Rich Fox's unsettling documentary/horror hybrid "The Blackout Experiments" concerns a form of entertainment so twisted that it immediately raises two questions. Who'd want to experience this? And who'd want to design it?
Fox doesn't really answer the second question because of circumstances mostly beyond his control. "The Blackout Experiments" is about an "extreme haunted house" company that stages scenarios to psychologically torture their customers. The guys behind the company, Blackout, let Fox film some of the prep and a lot of the performance, but they prefer not to talk about it.
Instead, the movie lingers among the regulars, who use Blackout to work through their personal issues, and sometimes gather in "survivor" groups to talk through why they feel compelled to return again and again.
The emphasis on Blackout's therapeutic qualities gets overly repetitive and banal — a little like listening to strangers analyze their dreams.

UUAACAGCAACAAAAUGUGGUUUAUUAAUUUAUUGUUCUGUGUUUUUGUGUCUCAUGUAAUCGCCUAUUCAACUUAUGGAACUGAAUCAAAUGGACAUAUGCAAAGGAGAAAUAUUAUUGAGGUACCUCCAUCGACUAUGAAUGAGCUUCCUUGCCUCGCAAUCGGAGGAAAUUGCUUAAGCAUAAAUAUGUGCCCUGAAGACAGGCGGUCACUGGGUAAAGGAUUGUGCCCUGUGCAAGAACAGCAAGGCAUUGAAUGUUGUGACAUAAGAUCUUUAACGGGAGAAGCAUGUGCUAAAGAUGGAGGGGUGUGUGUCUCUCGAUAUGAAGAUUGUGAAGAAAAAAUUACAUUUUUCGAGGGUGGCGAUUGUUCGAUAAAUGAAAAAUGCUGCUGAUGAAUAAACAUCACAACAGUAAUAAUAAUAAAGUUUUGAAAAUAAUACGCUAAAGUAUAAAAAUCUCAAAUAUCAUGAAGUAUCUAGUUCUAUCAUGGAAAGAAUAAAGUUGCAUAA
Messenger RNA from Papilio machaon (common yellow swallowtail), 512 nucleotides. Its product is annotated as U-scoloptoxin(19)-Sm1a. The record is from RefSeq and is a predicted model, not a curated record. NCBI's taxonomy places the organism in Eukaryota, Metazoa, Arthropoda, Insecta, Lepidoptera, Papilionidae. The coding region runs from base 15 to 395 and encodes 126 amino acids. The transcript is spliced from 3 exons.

But like Blackout itself, "The Blackout Experiments" is often chilling and hard to shake. Some of the situations that the company creates — like forcing participants to simulate shooting a nude, weeping woman — go beyond mere fright-flick fantasies and reach into the realm of the depraved.
Because of that, the documentary should captivate horror fans. Whatever the motivations of the creators or the users, there's something viscerally disturbing about watching someone knock nervously on a door, knowing that there's a nightmare awaiting them on the other side.
'The Blackout Experiments'
Running time: 1 hour, 18 minutes